Carbon Fibre Sunroof
After a long hot summer baking in LEW's Esprit (air con's a must). We talked to a carbon fibre company about making items for the Esprit. Due to it's low production numbers, we where thinking of a part that could be done that covers a few models. The idea came up of a carbon fibre sunroof. Those owners who have glass sunroofs will know how hot the interior can get during the summer months. This is partly due to the large pain of glass in the roof acting like a greenhouse. Removing the roof can be difficult due to its size and weight and there's the chance of breaking it (with a replacments at around £500). So this proved a practical replacement, not just a way of getting some high-tec material on the Esprit for bragging rights.
This must have been a good idea, as Dave Walters was having the same thoughts. Dave and LEW got together and decided to get some pre-orders (5 willing owners) and make a batch. LEW handed the rains to Dave who worked closely with a company who do a lot of carbon fibre work for the World Rally Teams. After two pre-production models where tested, Dave gave the go-ahead to have the roofs produced for the Esprit owners (including LEW).
This is a direct replacement for the glass sunroof and doesn't come with the fixings. This roof will not fit Esprits with glass fibre roofs without changing the rubber that the roof seals with. Also this roof is slightly different to the Giugiaro sunroofs, so will not fit those models. This is a replacement for Esprit's made between 1988 and 2004 with glass sunroofs.
This is rated as easy-medium difficulty.
You will need the following parts:
Carbon Fibre Sunroof
You will need the following tools:
(11 and 12mm bits)
LEW's roof was delivered well protected and took a while to unwrap. Be careful not to damage your roof when unpacking.
Once your roof is unpacked, you'll need to remove the fixings from your glass roof. See here for help removing your sunroof from your Esprit. Also there's already a guide to replacing the front lips (see here) see that guide which will help you remove and replace the front fixings.
The rear fixings are easy to remove. Two Philips screws hold the handle to the mounting. Once this is remove (beware of rusted screws) you'll see two further screws. These screw into the fixing on the outer glass, one of the screws was stiff and was just turning the fixing. We used some mole grips to hold the outer fixing. Be careful when doing this as you are working with a large piece of glass.
Once you have removed all the fixings (remember to see other guide for removing the front fixings). We clamped the two roofs together to mark up the holes for drilling. I would recommend using some masking tape over where you're about to drill to stop any splitting that could damae the roof. We found the carbon fibre roof to be very slightly smaller in width than the glass one. This shouldn't be a problem.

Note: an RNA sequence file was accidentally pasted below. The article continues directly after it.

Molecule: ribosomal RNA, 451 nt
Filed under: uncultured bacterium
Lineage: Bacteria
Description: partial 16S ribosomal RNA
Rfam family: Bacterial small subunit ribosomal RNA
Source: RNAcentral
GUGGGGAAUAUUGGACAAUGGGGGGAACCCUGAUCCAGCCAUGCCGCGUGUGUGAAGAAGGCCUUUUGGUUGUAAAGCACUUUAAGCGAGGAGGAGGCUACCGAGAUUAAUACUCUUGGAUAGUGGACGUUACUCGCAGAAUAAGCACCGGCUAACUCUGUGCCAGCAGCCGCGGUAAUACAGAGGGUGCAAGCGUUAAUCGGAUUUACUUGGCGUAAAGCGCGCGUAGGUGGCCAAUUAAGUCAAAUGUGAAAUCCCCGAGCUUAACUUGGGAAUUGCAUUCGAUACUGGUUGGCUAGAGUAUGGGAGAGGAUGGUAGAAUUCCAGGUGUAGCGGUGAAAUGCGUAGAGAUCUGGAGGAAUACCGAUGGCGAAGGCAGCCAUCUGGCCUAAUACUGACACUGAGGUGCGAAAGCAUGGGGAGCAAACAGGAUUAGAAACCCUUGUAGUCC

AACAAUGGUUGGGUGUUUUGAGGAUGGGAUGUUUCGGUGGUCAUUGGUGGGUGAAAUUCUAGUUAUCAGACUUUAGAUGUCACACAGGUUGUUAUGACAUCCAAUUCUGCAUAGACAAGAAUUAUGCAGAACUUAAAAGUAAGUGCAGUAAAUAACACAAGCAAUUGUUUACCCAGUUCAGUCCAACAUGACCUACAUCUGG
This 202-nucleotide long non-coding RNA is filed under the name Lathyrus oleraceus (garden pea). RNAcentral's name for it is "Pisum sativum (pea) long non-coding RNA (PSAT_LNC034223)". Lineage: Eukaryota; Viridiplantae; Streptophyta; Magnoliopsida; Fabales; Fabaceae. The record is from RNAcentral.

Once you're happy with the position, you can drill the pilot holes into the carbon fibre roof. We used a 4mm bit to drill the first holes. After drilling the pilot. We would then advise removing the glass roof before drilling the larger holes. We didn't and you can see what happened to LEW's glass roof. Whoops!
Simple tips for safe working with carbon.. 1. Wear a dust mask. 2. keep the area you are drilling/sanding wet. This prevents dust.
We drilled the front holes 11mm, which is a nice tight fit. The four holes for the rear fixing where done with a 12mm bit. Once the holes have been drilled, reattach the fixings as before.
We decided to replace a few fixing pieces at this point as some of the screws were rusty and the front t-piece fixings were bent from being over tightened before. All pieces are available, but some are very expensive, so pick and choose what you think needs replacing. Once the fixing have been done, put the roof back into your Esprit.
Above are pictures of Howard Bartrop's, Don Benfell's and LEW's carbon fibre roofs. Dave Walters roof is below, along with his interior and then LEW's. Everybody's happy with their roofs and had no problems with fitting them (unlike us, who smashed theirs!).
We've been looking forward to receiving our Carbon Fibre Sunroof since the project started. We found replacing the fittings easy (despite breaking the glass roof) and the actual fit into the Esprit very good. We love the look of the carbon fibre as well, although it can be painted body colour if you wish. On weighing the roof we found a 1.5kg reduction. Not a massive amount, less than was expected, but enough to make it slightly easier to remove from the car. Also the fact that it's not glass any more is also a lot safer.
On the finish front, We're happy with it overall. It's not perfect and isn't for a show car. But then LEW's Esprit is for driving. A roof with a good enough finish for a show car is likely to cost around £400. Which is too pricey just to have it looking perfect when the rest of the car isn't of the same quality. This is a roof for someone who doesn't like the glass roof and wants a usable replacement in a high tech material. I would be happy to recommend this roof to anyone.
You can email the supplier of the roof from the E-shop and order yours. Do it. We did!
This mod was performed by LEW on their 1992 SE
If you try this, feel free to e-mail LEW with your Verdict at email@example.com